PEERS Perspectives is a blog series that offers thoughts and reflections from our staff and community members on mental health, current events, and the ways they affect our lives.

Today’s post on Mental Health perspective is written by Program Evaluation Specialist Sarah Marxer

Participating in Democracy: Good for Our Mental Health?

I was at the end of a long, lousy day and found myself grouchy and tired. A couple of hours later, I’d recovered both my energy and my spirits. What turned things around? In short, participating in our democracy. I’d spent that couple of hours working (virtually) with a group of like-minded people toward a common goal. We were calling voters, asking them to support a proposition on the November ballot that I believe will make our communities work better for all of us.

Generally, calling people I don’t know wouldn’t seem like something that would lift my mood. But being part of a group working together to make positive changes in our community and making individual connections with some of the voters I reached on the phone did, in fact, change my outlook. And it turns out that this isn’t just true for me.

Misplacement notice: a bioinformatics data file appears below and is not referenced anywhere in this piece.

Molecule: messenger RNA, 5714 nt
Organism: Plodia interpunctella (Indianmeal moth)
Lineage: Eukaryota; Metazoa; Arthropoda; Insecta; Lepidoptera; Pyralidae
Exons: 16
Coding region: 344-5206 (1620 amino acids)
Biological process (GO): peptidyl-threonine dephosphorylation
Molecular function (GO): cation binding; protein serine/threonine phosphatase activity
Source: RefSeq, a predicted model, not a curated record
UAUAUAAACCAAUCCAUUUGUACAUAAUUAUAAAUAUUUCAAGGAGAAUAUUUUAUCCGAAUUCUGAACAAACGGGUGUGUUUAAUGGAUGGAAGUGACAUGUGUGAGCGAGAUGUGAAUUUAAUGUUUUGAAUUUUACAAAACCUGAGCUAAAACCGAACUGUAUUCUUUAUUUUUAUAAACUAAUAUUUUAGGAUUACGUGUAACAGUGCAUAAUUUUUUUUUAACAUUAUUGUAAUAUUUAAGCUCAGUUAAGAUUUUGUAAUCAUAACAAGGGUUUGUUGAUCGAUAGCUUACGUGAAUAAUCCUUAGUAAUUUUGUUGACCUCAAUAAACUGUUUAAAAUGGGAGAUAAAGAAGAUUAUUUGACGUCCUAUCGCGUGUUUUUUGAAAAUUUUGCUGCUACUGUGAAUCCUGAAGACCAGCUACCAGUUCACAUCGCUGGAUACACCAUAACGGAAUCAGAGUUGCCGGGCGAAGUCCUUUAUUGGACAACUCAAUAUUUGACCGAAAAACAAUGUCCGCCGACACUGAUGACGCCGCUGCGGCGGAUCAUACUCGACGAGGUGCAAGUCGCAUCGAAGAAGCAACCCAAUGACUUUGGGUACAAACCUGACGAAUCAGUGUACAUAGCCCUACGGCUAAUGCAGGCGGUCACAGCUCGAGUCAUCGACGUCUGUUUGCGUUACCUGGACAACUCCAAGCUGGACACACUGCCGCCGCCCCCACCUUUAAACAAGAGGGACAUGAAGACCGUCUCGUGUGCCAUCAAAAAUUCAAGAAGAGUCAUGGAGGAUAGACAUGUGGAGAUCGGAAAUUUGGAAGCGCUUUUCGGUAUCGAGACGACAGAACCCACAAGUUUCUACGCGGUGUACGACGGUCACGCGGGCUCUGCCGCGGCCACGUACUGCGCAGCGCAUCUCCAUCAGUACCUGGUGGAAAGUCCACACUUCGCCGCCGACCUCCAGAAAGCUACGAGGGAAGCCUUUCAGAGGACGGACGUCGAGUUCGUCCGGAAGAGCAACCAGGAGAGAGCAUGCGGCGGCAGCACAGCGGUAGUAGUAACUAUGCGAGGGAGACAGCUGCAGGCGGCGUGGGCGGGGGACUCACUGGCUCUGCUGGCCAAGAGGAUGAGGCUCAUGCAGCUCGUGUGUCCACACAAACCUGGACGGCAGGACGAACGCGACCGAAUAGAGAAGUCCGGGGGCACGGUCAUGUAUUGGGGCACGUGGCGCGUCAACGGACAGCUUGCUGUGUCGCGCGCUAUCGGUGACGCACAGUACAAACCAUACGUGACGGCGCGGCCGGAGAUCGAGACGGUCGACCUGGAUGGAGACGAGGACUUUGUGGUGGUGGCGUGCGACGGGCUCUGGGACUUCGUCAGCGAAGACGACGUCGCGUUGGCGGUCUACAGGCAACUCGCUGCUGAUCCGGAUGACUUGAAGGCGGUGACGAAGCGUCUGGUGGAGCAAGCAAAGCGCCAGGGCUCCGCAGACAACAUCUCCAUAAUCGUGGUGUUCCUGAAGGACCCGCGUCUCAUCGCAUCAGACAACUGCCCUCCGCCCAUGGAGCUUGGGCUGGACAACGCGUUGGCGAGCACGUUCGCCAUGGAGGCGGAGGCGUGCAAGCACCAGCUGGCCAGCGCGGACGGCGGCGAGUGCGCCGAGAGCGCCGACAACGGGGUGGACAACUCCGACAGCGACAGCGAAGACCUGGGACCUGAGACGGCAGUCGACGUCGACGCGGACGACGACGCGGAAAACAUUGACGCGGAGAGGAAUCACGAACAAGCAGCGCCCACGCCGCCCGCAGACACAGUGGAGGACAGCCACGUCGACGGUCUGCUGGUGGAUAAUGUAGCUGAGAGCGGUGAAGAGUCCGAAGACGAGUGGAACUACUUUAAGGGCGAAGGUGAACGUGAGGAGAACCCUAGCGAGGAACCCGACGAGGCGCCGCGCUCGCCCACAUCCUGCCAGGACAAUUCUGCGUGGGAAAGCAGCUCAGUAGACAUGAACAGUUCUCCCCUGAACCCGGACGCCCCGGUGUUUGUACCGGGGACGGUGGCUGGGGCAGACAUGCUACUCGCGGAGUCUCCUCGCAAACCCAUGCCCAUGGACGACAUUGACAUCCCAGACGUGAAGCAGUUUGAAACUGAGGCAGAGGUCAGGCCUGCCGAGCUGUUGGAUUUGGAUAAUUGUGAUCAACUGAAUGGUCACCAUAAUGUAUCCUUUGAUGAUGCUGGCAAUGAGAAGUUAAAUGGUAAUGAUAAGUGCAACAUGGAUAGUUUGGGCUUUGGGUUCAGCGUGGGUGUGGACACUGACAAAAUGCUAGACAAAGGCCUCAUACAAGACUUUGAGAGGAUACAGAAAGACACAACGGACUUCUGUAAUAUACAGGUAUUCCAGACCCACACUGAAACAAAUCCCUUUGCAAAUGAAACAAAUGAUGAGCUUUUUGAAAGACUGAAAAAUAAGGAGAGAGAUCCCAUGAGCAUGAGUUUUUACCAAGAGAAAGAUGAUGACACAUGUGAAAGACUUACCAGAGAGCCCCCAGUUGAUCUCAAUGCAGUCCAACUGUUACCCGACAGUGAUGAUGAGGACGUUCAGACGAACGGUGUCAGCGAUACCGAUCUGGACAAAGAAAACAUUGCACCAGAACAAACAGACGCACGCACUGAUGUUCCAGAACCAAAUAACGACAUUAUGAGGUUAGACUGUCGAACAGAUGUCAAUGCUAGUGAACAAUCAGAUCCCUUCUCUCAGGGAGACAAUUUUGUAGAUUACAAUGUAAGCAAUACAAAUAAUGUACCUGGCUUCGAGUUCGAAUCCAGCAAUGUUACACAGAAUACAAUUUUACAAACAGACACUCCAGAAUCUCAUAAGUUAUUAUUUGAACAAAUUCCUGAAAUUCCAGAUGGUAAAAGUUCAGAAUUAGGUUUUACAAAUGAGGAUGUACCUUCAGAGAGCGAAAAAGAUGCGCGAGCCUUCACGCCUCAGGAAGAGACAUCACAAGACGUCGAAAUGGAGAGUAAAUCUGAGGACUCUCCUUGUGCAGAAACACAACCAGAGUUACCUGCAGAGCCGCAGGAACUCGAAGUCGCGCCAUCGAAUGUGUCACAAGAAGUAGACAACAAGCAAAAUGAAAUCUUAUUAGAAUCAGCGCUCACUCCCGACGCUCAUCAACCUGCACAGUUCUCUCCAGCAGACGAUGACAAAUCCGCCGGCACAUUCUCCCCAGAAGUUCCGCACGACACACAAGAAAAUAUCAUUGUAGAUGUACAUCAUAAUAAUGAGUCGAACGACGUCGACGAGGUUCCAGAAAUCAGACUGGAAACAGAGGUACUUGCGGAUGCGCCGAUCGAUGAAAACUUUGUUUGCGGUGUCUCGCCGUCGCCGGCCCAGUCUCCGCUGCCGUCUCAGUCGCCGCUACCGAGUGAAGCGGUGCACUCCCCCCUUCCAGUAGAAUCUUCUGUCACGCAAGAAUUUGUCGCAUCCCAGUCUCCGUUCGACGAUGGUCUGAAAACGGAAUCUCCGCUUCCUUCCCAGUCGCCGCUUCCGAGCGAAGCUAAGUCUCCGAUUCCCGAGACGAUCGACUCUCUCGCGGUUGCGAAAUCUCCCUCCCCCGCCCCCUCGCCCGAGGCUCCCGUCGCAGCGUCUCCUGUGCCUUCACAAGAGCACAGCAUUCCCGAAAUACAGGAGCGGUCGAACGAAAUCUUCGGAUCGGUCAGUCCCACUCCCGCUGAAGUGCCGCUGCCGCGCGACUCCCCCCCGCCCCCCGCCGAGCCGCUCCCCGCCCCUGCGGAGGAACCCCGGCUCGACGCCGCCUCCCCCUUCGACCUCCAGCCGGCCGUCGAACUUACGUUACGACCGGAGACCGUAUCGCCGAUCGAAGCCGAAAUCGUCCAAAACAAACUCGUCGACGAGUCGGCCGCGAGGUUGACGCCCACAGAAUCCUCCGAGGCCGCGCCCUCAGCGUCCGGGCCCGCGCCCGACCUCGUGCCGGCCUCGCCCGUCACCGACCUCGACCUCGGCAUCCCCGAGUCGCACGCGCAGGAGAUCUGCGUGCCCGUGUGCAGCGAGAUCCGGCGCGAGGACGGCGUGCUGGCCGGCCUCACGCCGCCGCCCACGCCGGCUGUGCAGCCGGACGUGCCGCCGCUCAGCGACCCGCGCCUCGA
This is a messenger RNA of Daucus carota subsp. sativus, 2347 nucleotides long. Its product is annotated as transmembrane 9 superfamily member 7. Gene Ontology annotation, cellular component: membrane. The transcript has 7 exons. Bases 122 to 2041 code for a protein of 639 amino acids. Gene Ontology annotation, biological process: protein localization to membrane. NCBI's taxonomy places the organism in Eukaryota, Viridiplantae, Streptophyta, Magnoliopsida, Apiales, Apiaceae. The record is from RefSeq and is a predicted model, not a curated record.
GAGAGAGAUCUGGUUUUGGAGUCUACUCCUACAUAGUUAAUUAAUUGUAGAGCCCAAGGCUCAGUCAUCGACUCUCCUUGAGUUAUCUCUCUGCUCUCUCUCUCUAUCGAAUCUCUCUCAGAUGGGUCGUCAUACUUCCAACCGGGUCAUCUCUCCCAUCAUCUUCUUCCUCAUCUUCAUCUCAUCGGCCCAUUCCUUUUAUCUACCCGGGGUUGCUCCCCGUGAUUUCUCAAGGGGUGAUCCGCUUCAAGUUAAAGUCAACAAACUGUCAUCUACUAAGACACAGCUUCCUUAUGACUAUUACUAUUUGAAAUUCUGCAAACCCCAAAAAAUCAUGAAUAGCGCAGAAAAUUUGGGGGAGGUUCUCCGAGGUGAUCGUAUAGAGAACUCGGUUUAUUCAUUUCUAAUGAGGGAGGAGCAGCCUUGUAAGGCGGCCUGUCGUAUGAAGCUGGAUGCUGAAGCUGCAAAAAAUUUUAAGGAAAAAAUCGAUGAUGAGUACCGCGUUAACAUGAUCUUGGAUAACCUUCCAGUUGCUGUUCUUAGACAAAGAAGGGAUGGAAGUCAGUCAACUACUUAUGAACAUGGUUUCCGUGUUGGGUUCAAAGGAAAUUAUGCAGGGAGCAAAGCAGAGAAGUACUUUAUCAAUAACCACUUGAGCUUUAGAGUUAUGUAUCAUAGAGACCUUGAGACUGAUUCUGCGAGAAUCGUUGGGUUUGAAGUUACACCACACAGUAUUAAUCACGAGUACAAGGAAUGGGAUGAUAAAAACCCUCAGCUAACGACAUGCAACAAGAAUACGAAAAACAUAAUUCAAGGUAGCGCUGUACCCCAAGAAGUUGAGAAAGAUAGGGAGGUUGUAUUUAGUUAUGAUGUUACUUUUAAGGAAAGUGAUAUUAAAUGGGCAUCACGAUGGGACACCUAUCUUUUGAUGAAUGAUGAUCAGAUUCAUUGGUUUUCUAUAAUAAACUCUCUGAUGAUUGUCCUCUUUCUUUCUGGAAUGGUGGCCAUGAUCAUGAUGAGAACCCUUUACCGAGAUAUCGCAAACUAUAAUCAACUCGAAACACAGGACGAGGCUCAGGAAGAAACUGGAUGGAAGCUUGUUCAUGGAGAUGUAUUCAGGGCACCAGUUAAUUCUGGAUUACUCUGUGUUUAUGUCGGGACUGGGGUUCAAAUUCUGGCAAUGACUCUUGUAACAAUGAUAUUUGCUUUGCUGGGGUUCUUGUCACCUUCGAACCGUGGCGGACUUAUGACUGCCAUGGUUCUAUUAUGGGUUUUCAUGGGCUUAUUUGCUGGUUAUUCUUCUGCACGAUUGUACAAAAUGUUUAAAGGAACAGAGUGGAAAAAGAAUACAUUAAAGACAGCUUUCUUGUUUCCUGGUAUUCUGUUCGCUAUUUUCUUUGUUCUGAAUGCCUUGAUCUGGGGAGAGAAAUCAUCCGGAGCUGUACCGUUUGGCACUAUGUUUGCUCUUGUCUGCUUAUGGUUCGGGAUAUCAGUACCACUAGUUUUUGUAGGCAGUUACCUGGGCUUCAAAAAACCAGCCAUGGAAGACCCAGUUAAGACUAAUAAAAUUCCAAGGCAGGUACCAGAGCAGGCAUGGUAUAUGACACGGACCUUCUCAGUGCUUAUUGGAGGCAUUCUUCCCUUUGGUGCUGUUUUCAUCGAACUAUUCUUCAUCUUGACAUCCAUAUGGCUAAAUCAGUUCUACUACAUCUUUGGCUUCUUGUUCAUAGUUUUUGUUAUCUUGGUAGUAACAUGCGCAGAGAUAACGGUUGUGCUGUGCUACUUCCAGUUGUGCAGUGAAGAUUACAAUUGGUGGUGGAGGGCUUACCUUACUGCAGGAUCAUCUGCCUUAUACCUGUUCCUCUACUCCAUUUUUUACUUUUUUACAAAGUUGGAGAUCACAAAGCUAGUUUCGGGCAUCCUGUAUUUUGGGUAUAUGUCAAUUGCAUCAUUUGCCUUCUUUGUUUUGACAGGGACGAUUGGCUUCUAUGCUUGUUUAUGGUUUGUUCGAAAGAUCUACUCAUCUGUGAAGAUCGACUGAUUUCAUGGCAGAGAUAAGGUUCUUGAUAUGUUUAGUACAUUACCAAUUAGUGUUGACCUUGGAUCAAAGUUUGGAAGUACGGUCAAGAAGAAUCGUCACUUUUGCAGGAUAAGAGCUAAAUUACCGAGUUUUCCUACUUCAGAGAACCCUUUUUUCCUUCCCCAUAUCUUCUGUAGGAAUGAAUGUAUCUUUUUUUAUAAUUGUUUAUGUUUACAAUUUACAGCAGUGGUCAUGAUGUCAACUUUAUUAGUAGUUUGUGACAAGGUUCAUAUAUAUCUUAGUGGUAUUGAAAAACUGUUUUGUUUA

Civic engagement, which can include voting, community organizing, volunteering, or even participating in a community garden, is linked to better health in a bunch of ways. A review of research on the topic found that improvements in both physical and mental health are related to increased civic engagement. And some studies even show that there might be a positive feedback loop in which more civic participation earlier in life is associated with less depression later in life. Healthy People 2020, the nation’s major health goals, include civic participation, because community involvement can help give us a sense of purpose, build our social connections, and increase access to emotional support. 

Some doctors see the link between civic participation and health as so important that they’re “prescribing” voter registration to their patients. These doctors are more focused on the ways that communities can advocate for their own needs and interests — thereby improving their health — through involvement in the political process than they are on whether voting can improve an individual’s health. 

For these reasons and more, I hope you’ll join me in registering to vote and voting. To vote in the election on November 3rd, you’ll need to register by October 19th!  If you’re already registered — or if you’re not sure whether you’re registered, you can check on your registration details here:

Maybe there’s an issue or candidate on the ballot that you care enough about to volunteer your time.